On Thursday, a number of our customers experienced an issue which meant they were charged for the same transactions twice. Our first priority has been to ensure that you, our valuable customers, do not suffer. So we’ve done our best to refund all duplicate charges.
Please bear in mind that payments can take up to 3 working days to reach your account. Do get in touch with our CX (Customer Experience) team if you haven’t received your refund after 3 days. No one should be out of pocket.
Of course, what has happened is not good enough. This is not the level of service we aspire to provide you. We are doing everything in our power to ensure it won’t happen again.
To explain things further, we’d like to run you through what exactly happened, what we did to fix it, and how we are making sure this isn’t an issue in the future.
What happened exactly and how did we respond?
At 08:30 (UK time), we identified a problem and started receiving reports to say that transactions were being duplicated. Our CX team immediately began manually fixing the duplicated transactions while our tech team started investigating the root cause of the problem. By 09:30, it was clear that our payments processor was sending every transaction to us twice. We immediately kicked off four streams of work:
- Ensuring that our CX Champions were aware of the issue, and knew how to reverse the double charge for customers who contacted Curve.
- Engaging with our payments processor in order for them to stop sending us these duplicate transactions.
- Updating our systems to protect ourselves from these duplicates.
- Preparing to automatically reverse all the duplicates that CX had not already fixed.
At 12:40, our processor identified the cause of the issue as a new software release they had made earlier that morning, and by 13:00 the duplicates had slowed to a trickle. But Curve still had a massive backlog of duplicated transactions to resolve.
During the afternoon, our CX team continued dealing with issues manually, and we started prioritising high value transactions to minimise customer impact. Our engineering teams started cross-checking the list they had compiled of duplicated transactions.
At 19:00, we started processing automated reversals and continued until all transactions were fixed – this happened about 01:00 on Friday morning.
Why did this happen?
Before explaining why it happened, we thought a bit of background about card payments might be useful.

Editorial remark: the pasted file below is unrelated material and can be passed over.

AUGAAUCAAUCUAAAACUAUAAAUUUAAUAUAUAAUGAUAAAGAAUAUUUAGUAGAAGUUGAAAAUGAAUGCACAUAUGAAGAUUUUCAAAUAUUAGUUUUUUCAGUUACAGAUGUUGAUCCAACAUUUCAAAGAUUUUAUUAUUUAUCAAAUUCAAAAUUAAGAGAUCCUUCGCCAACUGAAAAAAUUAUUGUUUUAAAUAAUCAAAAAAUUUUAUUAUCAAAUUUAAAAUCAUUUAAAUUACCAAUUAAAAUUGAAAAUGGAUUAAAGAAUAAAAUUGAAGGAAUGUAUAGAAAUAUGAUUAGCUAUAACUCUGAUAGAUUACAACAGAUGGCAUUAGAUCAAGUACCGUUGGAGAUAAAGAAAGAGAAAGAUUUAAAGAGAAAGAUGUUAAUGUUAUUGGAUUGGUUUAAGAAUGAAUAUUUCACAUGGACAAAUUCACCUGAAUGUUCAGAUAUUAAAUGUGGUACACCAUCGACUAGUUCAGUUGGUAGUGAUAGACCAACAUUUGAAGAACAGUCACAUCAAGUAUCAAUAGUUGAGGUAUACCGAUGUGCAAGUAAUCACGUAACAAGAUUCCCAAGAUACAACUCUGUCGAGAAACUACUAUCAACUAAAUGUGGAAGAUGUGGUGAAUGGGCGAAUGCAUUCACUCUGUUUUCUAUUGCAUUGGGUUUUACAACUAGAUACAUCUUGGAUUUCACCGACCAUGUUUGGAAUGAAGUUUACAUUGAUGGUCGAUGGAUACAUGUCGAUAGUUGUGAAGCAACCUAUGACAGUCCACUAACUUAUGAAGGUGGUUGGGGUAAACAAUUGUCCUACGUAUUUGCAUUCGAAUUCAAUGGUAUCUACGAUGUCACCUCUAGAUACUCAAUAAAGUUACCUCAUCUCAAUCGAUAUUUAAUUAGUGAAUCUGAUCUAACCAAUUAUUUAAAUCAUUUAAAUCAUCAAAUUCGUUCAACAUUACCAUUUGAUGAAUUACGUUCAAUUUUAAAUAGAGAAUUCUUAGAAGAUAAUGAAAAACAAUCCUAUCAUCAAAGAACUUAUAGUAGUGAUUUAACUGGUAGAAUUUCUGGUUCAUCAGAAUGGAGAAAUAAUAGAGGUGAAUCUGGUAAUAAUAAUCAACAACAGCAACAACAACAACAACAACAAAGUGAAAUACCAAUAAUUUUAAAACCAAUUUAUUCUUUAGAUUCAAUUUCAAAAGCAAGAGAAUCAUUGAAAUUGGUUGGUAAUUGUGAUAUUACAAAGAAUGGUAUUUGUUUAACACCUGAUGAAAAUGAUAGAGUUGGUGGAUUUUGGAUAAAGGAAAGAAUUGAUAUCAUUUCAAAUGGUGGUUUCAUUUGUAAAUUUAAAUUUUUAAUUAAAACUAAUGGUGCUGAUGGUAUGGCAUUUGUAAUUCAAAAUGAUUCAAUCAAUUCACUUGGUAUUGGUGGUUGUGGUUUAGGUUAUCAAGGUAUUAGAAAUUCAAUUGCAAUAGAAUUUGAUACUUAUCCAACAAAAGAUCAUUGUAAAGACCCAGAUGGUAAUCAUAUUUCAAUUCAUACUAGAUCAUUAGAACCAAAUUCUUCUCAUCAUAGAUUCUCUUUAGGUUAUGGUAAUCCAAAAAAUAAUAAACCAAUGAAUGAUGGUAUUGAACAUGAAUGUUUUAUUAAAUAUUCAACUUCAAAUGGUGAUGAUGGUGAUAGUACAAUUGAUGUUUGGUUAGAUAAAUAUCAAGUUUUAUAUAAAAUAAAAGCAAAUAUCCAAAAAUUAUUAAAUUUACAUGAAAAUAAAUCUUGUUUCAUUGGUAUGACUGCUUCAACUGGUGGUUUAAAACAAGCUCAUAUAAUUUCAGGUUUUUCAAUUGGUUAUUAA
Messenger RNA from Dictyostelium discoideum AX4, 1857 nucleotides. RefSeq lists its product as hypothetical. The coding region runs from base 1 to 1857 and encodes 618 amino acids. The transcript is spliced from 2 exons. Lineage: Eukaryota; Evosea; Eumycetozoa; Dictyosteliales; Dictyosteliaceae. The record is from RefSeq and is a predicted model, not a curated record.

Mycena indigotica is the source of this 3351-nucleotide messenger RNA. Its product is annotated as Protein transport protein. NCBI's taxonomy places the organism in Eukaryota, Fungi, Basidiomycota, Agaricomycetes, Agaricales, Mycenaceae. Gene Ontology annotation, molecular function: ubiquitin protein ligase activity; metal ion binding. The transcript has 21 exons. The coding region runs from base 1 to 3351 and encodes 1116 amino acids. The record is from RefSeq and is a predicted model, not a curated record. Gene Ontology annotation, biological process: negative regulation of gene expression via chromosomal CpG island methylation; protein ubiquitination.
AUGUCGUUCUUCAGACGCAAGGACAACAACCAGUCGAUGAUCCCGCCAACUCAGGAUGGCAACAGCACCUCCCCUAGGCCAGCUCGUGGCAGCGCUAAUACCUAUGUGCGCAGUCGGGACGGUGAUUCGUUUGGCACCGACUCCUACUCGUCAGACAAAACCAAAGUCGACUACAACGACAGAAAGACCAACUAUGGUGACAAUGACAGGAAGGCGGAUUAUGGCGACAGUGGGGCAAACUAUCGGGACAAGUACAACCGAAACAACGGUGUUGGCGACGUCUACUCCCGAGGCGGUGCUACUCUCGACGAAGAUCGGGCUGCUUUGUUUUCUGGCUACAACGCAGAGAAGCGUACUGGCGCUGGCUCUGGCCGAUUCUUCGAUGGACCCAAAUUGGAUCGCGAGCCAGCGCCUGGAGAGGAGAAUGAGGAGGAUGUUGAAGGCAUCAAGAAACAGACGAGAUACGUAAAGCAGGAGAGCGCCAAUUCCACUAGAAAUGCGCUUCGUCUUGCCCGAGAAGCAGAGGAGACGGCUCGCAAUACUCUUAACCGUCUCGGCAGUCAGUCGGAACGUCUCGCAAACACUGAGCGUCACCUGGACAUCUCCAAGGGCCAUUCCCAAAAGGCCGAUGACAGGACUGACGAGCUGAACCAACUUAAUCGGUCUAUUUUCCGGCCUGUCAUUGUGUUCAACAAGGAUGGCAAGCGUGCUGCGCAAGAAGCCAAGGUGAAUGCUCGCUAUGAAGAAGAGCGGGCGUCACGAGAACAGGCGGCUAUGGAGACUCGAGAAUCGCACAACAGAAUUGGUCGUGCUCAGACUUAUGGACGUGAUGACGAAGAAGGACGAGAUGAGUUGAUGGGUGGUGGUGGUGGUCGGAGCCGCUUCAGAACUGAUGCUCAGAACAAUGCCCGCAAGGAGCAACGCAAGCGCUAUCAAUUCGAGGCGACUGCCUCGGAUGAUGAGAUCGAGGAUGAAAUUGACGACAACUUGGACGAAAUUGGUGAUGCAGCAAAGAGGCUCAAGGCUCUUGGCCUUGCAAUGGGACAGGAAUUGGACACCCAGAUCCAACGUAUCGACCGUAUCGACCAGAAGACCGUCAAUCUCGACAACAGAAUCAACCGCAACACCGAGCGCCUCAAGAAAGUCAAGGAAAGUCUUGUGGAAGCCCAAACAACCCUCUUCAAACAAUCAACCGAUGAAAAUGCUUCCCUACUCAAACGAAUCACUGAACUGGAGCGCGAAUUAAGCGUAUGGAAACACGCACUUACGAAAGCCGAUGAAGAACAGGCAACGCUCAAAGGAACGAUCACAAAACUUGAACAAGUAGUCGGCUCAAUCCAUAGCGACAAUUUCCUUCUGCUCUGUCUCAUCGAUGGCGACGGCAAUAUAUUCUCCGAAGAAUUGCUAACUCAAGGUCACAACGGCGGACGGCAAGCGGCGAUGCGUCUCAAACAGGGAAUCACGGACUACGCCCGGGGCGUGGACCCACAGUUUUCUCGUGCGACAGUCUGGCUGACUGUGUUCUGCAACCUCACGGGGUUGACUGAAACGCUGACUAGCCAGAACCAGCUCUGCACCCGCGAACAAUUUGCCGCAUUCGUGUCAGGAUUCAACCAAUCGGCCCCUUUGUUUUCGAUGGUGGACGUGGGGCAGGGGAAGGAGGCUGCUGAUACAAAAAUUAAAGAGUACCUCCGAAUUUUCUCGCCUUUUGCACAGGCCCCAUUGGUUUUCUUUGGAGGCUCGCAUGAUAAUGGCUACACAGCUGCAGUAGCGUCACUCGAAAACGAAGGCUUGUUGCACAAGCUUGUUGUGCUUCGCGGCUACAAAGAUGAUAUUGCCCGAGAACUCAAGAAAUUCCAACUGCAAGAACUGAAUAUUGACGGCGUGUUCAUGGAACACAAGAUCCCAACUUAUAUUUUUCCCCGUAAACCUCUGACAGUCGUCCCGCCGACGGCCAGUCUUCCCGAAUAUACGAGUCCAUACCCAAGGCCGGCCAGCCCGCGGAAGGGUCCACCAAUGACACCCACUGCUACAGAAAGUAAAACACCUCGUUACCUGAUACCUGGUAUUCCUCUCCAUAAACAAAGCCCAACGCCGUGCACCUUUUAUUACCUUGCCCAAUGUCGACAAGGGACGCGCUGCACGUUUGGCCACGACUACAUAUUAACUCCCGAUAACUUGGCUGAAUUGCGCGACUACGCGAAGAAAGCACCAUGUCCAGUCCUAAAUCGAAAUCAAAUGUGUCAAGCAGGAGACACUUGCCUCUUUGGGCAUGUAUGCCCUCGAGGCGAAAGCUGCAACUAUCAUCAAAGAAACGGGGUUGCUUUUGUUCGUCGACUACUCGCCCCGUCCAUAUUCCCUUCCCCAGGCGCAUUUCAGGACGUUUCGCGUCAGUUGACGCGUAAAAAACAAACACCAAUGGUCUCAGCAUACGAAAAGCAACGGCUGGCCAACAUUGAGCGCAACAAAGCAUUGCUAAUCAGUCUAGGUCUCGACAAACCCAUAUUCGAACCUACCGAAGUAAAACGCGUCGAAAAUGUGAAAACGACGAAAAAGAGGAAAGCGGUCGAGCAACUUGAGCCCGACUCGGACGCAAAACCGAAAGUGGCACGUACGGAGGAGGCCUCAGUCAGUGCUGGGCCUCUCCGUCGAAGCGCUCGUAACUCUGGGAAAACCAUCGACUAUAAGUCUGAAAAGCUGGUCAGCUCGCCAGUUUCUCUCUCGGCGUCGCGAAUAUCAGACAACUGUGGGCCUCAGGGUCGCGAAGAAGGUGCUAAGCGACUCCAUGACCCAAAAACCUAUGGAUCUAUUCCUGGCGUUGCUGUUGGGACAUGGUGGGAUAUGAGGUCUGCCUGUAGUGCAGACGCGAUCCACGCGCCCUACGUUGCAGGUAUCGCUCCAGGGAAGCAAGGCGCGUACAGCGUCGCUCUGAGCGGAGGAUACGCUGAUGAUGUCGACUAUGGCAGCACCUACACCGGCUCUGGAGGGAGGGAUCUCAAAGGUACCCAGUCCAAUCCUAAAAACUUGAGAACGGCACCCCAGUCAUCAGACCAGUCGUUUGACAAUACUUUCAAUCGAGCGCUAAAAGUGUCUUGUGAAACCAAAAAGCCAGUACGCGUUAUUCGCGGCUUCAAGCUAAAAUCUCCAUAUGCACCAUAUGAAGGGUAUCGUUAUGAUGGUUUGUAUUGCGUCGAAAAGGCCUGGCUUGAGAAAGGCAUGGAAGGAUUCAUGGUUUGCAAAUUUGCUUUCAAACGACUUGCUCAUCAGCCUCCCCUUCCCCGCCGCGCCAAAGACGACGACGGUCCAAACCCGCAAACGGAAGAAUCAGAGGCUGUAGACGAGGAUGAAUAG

When you make a payment with your Curve card, the merchant – that’s the business that you’ve made a purchase from – sends a message via the Mastercard network to Curve’s processing partner. The processor does some checks on the message, then passes it on to Curve. Curve acquires the funds on the customer’s selected funding card, and passes the result back to the merchant, who completes the transaction. All this happens within seconds. Some minutes or hours later, the transaction is finalised and the funds are moved from your bank, via Curve, to the merchant.
So what’s the role of the processor in this chain? The processor connects to the Mastercard network and handles messages on behalf of several fintechs and banks. They are there to look after some of the more complicated technical stuff on behalf of their clients. They are there to shield their clients from problems, but unfortunately on this occasion they instead caused a massive problem. The duplicate messages were created by their system, and they were sent to Curve, flagged as new transactions, so our systems dutifully processed them without detecting they were duplicates.
What have we done to fix it? And how will we stop it happening again?
So what is Curve doing to make things better? Our first priority has been to ensure that you, our important customers, do not suffer. We’ve done our best to reverse all of the duplicate transactions so no one is out of pocket.
We repeat: What happened is not good enough. To ensure that this will never happen again, we will implement duplicate transaction detection within our systems to protect us and yourselves in cases such as this. Our longer term strategy is to reduce our reliance on 3rd parties for any part of our payment processing.
Meanwhile, we are reviewing our relationship with our processing partner. Our ambition is to scale globally as we expand into the US and beyond, and we need reliable partners who can support this. We want to offer our customers a robust and reliable service. That process will be accelerated following this incident.